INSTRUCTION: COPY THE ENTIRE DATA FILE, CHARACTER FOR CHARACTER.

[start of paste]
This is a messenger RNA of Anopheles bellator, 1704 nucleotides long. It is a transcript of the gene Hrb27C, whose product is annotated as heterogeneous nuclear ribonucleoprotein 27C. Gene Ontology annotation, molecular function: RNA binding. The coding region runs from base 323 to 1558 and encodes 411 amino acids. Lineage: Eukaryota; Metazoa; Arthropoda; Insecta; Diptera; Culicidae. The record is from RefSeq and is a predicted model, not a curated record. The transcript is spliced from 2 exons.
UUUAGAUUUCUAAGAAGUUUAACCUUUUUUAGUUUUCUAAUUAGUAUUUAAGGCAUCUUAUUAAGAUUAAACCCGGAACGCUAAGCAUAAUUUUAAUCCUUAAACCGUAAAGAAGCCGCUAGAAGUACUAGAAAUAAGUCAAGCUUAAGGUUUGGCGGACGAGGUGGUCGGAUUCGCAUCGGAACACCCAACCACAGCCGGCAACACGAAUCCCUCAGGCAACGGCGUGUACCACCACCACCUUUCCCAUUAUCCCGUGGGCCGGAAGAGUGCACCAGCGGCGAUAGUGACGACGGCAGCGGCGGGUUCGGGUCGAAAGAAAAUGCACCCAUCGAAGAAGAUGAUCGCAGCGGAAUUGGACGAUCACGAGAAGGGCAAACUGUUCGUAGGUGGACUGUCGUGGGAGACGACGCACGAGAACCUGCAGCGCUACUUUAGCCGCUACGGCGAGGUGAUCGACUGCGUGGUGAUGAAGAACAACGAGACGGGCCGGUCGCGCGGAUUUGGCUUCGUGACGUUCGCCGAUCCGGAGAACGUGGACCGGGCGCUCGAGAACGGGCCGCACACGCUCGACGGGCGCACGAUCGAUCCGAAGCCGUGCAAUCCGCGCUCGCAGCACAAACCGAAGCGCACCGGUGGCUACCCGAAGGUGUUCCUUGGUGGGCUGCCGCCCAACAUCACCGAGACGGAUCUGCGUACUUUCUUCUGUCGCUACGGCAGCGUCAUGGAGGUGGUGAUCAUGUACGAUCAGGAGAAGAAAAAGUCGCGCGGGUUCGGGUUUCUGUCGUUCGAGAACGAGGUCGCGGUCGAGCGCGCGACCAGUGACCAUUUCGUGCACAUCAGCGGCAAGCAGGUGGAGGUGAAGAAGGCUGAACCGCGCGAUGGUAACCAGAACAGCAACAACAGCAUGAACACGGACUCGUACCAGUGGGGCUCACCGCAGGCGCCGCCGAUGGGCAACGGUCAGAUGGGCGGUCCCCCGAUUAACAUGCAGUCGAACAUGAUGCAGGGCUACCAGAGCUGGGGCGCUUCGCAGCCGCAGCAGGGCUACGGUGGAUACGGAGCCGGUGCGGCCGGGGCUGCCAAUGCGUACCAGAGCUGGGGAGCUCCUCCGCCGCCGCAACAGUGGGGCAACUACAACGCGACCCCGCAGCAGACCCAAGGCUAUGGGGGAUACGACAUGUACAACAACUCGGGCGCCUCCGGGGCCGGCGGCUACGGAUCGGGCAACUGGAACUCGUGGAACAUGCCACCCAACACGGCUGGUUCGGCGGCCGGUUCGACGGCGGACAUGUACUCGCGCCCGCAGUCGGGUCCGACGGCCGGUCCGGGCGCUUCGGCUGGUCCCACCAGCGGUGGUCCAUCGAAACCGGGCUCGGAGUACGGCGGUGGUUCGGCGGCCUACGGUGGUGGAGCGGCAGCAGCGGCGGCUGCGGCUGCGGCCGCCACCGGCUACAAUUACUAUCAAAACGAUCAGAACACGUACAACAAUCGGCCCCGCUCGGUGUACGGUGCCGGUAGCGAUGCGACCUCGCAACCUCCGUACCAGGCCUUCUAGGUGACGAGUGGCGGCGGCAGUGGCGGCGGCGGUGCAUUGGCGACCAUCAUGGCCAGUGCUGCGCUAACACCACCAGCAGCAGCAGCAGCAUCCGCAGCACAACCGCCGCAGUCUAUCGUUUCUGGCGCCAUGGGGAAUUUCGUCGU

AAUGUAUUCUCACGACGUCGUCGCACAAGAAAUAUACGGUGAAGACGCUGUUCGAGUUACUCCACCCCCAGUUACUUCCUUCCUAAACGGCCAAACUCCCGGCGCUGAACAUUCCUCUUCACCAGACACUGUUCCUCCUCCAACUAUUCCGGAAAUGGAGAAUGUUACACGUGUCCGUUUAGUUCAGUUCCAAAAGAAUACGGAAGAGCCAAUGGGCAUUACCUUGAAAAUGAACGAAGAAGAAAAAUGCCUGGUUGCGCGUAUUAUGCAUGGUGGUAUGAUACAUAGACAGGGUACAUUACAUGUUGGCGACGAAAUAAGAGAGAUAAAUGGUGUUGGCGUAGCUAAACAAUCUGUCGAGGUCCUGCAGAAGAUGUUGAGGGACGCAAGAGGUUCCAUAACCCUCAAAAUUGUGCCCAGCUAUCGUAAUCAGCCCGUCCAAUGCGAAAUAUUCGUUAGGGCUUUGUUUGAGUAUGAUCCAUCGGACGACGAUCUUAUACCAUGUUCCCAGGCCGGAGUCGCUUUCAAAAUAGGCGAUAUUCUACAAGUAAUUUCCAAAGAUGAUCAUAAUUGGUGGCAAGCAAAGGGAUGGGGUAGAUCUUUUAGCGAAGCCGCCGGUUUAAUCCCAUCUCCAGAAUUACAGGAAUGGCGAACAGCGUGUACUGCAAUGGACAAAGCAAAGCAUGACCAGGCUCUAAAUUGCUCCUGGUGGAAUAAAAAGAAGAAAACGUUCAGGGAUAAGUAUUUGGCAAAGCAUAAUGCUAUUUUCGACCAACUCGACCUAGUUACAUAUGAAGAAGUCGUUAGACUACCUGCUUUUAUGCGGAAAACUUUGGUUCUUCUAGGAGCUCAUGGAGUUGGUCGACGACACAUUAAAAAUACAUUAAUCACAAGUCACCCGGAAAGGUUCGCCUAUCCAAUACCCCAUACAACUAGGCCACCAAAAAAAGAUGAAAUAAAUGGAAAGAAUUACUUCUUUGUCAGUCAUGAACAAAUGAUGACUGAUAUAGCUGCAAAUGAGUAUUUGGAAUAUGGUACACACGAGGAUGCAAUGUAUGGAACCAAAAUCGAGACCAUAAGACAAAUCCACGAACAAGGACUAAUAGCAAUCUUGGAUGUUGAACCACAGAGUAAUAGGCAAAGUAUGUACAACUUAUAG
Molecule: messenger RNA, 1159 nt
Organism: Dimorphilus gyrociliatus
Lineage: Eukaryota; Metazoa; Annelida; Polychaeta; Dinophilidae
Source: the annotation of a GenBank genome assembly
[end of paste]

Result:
This is a messenger RNA of Anopheles bellator, 1704 nucleotides long. It is a transcript of the gene Hrb27C, whose product is annotated as heterogeneous nuclear ribonucleoprotein 27C. Gene Ontology annotation, molecular function: RNA binding. The coding region runs from base 323 to 1558 and encodes 411 amino acids. Lineage: Eukaryota; Metazoa; Arthropoda; Insecta; Diptera; Culicidae. The record is from RefSeq and is a predicted model, not a curated record. The transcript is spliced from 2 exons.
UUUAGAUUUCUAAGAAGUUUAACCUUUUUUAGUUUUCUAAUUAGUAUUUAAGGCAUCUUAUUAAGAUUAAACCCGGAACGCUAAGCAUAAUUUUAAUCCUUAAACCGUAAAGAAGCCGCUAGAAGUACUAGAAAUAAGUCAAGCUUAAGGUUUGGCGGACGAGGUGGUCGGAUUCGCAUCGGAACACCCAACCACAGCCGGCAACACGAAUCCCUCAGGCAACGGCGUGUACCACCACCACCUUUCCCAUUAUCCCGUGGGCCGGAAGAGUGCACCAGCGGCGAUAGUGACGACGGCAGCGGCGGGUUCGGGUCGAAAGAAAAUGCACCCAUCGAAGAAGAUGAUCGCAGCGGAAUUGGACGAUCACGAGAAGGGCAAACUGUUCGUAGGUGGACUGUCGUGGGAGACGACGCACGAGAACCUGCAGCGCUACUUUAGCCGCUACGGCGAGGUGAUCGACUGCGUGGUGAUGAAGAACAACGAGACGGGCCGGUCGCGCGGAUUUGGCUUCGUGACGUUCGCCGAUCCGGAGAACGUGGACCGGGCGCUCGAGAACGGGCCGCACACGCUCGACGGGCGCACGAUCGAUCCGAAGCCGUGCAAUCCGCGCUCGCAGCACAAACCGAAGCGCACCGGUGGCUACCCGAAGGUGUUCCUUGGUGGGCUGCCGCCCAACAUCACCGAGACGGAUCUGCGUACUUUCUUCUGUCGCUACGGCAGCGUCAUGGAGGUGGUGAUCAUGUACGAUCAGGAGAAGAAAAAGUCGCGCGGGUUCGGGUUUCUGUCGUUCGAGAACGAGGUCGCGGUCGAGCGCGCGACCAGUGACCAUUUCGUGCACAUCAGCGGCAAGCAGGUGGAGGUGAAGAAGGCUGAACCGCGCGAUGGUAACCAGAACAGCAACAACAGCAUGAACACGGACUCGUACCAGUGGGGCUCACCGCAGGCGCCGCCGAUGGGCAACGGUCAGAUGGGCGGUCCCCCGAUUAACAUGCAGUCGAACAUGAUGCAGGGCUACCAGAGCUGGGGCGCUUCGCAGCCGCAGCAGGGCUACGGUGGAUACGGAGCCGGUGCGGCCGGGGCUGCCAAUGCGUACCAGAGCUGGGGAGCUCCUCCGCCGCCGCAACAGUGGGGCAACUACAACGCGACCCCGCAGCAGACCCAAGGCUAUGGGGGAUACGACAUGUACAACAACUCGGGCGCCUCCGGGGCCGGCGGCUACGGAUCGGGCAACUGGAACUCGUGGAACAUGCCACCCAACACGGCUGGUUCGGCGGCCGGUUCGACGGCGGACAUGUACUCGCGCCCGCAGUCGGGUCCGACGGCCGGUCCGGGCGCUUCGGCUGGUCCCACCAGCGGUGGUCCAUCGAAACCGGGCUCGGAGUACGGCGGUGGUUCGGCGGCCUACGGUGGUGGAGCGGCAGCAGCGGCGGCUGCGGCUGCGGCCGCCACCGGCUACAAUUACUAUCAAAACGAUCAGAACACGUACAACAAUCGGCCCCGCUCGGUGUACGGUGCCGGUAGCGAUGCGACCUCGCAACCUCCGUACCAGGCCUUCUAGGUGACGAGUGGCGGCGGCAGUGGCGGCGGCGGUGCAUUGGCGACCAUCAUGGCCAGUGCUGCGCUAACACCACCAGCAGCAGCAGCAGCAUCCGCAGCACAACCGCCGCAGUCUAUCGUUUCUGGCGCCAUGGGGAAUUUCGUCGU

AAUGUAUUCUCACGACGUCGUCGCACAAGAAAUAUACGGUGAAGACGCUGUUCGAGUUACUCCACCCCCAGUUACUUCCUUCCUAAACGGCCAAACUCCCGGCGCUGAACAUUCCUCUUCACCAGACACUGUUCCUCCUCCAACUAUUCCGGAAAUGGAGAAUGUUACACGUGUCCGUUUAGUUCAGUUCCAAAAGAAUACGGAAGAGCCAAUGGGCAUUACCUUGAAAAUGAACGAAGAAGAAAAAUGCCUGGUUGCGCGUAUUAUGCAUGGUGGUAUGAUACAUAGACAGGGUACAUUACAUGUUGGCGACGAAAUAAGAGAGAUAAAUGGUGUUGGCGUAGCUAAACAAUCUGUCGAGGUCCUGCAGAAGAUGUUGAGGGACGCAAGAGGUUCCAUAACCCUCAAAAUUGUGCCCAGCUAUCGUAAUCAGCCCGUCCAAUGCGAAAUAUUCGUUAGGGCUUUGUUUGAGUAUGAUCCAUCGGACGACGAUCUUAUACCAUGUUCCCAGGCCGGAGUCGCUUUCAAAAUAGGCGAUAUUCUACAAGUAAUUUCCAAAGAUGAUCAUAAUUGGUGGCAAGCAAAGGGAUGGGGUAGAUCUUUUAGCGAAGCCGCCGGUUUAAUCCCAUCUCCAGAAUUACAGGAAUGGCGAACAGCGUGUACUGCAAUGGACAAAGCAAAGCAUGACCAGGCUCUAAAUUGCUCCUGGUGGAAUAAAAAGAAGAAAACGUUCAGGGAUAAGUAUUUGGCAAAGCAUAAUGCUAUUUUCGACCAACUCGACCUAGUUACAUAUGAAGAAGUCGUUAGACUACCUGCUUUUAUGCGGAAAACUUUGGUUCUUCUAGGAGCUCAUGGAGUUGGUCGACGACACAUUAAAAAUACAUUAAUCACAAGUCACCCGGAAAGGUUCGCCUAUCCAAUACCCCAUACAACUAGGCCACCAAAAAAAGAUGAAAUAAAUGGAAAGAAUUACUUCUUUGUCAGUCAUGAACAAAUGAUGACUGAUAUAGCUGCAAAUGAGUAUUUGGAAUAUGGUACACACGAGGAUGCAAUGUAUGGAACCAAAAUCGAGACCAUAAGACAAAUCCACGAACAAGGACUAAUAGCAAUCUUGGAUGUUGAACCACAGAGUAAUAGGCAAAGUAUGUACAACUUAUAG
Molecule: messenger RNA, 1159 nt
Organism: Dimorphilus gyrociliatus
Lineage: Eukaryota; Metazoa; Annelida; Polychaeta; Dinophilidae
Source: the annotation of a GenBank genome assembly